Weekly Impact is written for leaders by our former Executive Director, Garth Jestley, who has decades of experience in senior leadership roles in the financial services sector. Each week he will share insights on life, leadership and faith.
“I had a corporate job and wore a suit to work every day, and I just kind of felt like I wasn’t living my authentic self or doing what I was passionate about.” ~Lauren Gibbs, 2018 Winter Olympics silver medallist
Recently, an article posted on LinkedIn caught my attention. Written by Praveen Suthrum, President and Co-Founder of NextServices, the article makes a good case for being one’s authentic self in the workplace.
In essence, says Suthrum, everyone loses when, in our desire to fit in, we present a counterfeit self to our co-workers. We lose the joy of being and expressing who we really are. Our employer and fellow workers lose the benefit of our uniqueness, including useful new insights, even breakthrough business opportunities. Another benefit – we become less likely to be displaced by Artificial Intelligence!
An interesting case in point is the story of the ubiquitous “Post-It Note” developed and commercialized by 3M. According to a Wikipedia article (some elements of which are disputed), Dr. Spencer Silver, a 3M scientist developed the famous adhesive. He was unable to come up with an application and for a while it appeared to be “a solution without a problem.”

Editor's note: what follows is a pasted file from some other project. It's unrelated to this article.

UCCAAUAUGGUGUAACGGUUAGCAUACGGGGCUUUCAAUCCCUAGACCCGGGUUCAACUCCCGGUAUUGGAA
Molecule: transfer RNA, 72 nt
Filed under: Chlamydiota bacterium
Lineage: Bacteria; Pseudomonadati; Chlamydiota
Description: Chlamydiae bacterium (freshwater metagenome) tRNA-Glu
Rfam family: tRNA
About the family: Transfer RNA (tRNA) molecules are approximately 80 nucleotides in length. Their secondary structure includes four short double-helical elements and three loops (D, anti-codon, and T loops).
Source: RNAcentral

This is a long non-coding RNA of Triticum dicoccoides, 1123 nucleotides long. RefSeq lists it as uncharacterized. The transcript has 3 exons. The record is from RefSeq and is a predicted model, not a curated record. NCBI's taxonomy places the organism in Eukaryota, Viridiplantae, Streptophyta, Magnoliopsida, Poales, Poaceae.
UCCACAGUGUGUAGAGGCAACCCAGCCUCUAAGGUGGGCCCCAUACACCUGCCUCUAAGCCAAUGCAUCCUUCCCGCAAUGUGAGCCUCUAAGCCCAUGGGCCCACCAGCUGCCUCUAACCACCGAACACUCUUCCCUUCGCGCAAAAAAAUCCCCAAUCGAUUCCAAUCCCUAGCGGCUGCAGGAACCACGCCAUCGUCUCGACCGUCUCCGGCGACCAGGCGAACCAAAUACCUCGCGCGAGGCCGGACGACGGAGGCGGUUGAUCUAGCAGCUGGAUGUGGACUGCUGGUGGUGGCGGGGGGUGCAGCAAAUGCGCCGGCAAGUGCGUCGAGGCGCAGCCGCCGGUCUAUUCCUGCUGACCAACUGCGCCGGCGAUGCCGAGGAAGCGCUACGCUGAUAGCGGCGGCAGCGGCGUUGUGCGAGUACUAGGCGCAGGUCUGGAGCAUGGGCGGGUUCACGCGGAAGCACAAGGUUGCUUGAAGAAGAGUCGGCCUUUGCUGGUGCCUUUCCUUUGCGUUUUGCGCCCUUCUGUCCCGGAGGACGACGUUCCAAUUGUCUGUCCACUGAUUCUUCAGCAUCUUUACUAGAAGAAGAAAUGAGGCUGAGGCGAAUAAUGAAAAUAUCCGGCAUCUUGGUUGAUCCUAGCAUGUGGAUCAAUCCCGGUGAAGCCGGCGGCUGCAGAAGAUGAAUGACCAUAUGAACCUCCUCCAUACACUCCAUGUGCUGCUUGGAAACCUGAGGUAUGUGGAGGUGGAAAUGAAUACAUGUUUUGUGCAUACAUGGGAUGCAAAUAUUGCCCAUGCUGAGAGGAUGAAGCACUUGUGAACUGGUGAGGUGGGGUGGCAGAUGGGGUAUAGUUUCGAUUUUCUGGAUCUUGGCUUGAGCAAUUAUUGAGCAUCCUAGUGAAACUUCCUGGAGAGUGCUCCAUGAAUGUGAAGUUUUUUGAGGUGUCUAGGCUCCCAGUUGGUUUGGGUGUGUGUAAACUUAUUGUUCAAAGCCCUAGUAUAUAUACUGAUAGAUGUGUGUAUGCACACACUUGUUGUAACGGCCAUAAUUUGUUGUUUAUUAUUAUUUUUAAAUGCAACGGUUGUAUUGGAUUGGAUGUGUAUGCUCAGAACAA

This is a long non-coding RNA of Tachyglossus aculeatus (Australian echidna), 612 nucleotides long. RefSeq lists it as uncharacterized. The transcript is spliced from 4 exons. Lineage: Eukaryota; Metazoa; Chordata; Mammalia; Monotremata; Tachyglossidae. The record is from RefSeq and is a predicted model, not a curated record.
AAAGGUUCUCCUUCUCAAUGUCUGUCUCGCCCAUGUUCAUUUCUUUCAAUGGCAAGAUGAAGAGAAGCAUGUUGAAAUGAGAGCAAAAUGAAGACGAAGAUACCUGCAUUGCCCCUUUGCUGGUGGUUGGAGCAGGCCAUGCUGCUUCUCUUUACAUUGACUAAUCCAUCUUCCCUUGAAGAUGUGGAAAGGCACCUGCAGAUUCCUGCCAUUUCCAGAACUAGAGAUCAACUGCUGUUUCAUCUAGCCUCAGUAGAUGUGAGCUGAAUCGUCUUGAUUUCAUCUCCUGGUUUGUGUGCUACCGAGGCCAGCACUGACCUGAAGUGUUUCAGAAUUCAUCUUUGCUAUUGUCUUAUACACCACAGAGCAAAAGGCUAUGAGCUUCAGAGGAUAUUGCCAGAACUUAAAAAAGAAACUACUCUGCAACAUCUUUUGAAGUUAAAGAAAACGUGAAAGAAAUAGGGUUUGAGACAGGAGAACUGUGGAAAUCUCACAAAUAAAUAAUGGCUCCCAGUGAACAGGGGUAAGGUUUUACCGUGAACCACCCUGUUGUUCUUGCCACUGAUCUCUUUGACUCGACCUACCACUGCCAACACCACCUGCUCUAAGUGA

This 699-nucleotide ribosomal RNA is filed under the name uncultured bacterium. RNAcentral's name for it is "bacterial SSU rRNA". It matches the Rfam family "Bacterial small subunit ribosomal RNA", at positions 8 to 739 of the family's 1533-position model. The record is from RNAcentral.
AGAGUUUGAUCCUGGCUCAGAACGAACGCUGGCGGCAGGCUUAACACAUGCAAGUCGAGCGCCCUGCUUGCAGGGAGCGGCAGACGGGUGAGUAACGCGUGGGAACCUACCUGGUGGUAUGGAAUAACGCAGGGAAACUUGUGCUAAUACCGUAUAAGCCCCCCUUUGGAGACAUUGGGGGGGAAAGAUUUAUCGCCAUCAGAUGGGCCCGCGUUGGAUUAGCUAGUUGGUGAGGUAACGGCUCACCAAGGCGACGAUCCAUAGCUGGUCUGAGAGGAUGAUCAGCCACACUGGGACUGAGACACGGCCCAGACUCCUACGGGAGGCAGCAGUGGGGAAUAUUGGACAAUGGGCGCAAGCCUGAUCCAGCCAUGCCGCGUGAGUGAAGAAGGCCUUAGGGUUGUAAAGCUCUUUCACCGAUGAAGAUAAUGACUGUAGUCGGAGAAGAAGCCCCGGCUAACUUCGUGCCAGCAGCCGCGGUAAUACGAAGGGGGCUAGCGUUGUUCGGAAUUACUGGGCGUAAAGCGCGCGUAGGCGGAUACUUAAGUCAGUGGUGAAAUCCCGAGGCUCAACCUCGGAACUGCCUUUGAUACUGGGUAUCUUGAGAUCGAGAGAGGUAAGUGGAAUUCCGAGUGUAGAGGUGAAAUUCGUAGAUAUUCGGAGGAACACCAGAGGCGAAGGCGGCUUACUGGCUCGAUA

Quoting Wikipedia, “As the legend goes, [Arthur] Fry [another 3M scientist]…sang in his church choir…and he used slips of paper to mark the pages of his work book. When the book was opened, however, the makeshift bookmarks often moved around or fell out altogether. On a Sunday in 1973, it occurred to him that Silver’s adhesive could be put to use to create a better bookmark. If it could be coated on paper, Silver’s adhesive would hold a bookmark in place without damaging the page on which it was placed.”
The rest is history. As a result of Fry’s blending his personal and professional life, he played a fulfilling role in one of the twentieth century’s most famous commercial successes. One could say this home run was a direct result of 3M’s encouraging employees to be authentic.
I believe these benefits of authenticity in the workplace are available to everyone. It’s important to note, however, that the authentic self is uniquely different for those of us professing to be followers of Jesus.
On the one hand, Christian marketplace leaders, like their non-Christian peers, have been endowed with specific talents and passions that can and should be leveraged to make them more effective at work. On the other hand and unlike their peers, the identity of marketplace leaders who follow Jesus is not a function of their talents and passions. Rather, it is a function of the decision they have made to surrender their autonomy on an ongoing basis in favour of Jesus’ authority over every area of life, including work.
In a predominantly secular and increasingly hostile marketplace, putting Jesus first at work can be daunting. Notwithstanding, the following posts will explore why we believers in Jesus must let our light shine in the marketplace despite the obstacles and how we might accomplish this goal.
Garth Jestley is a husband, father, grandfather, leader and business executive. Most importantly, he is a follower of Jesus Christ.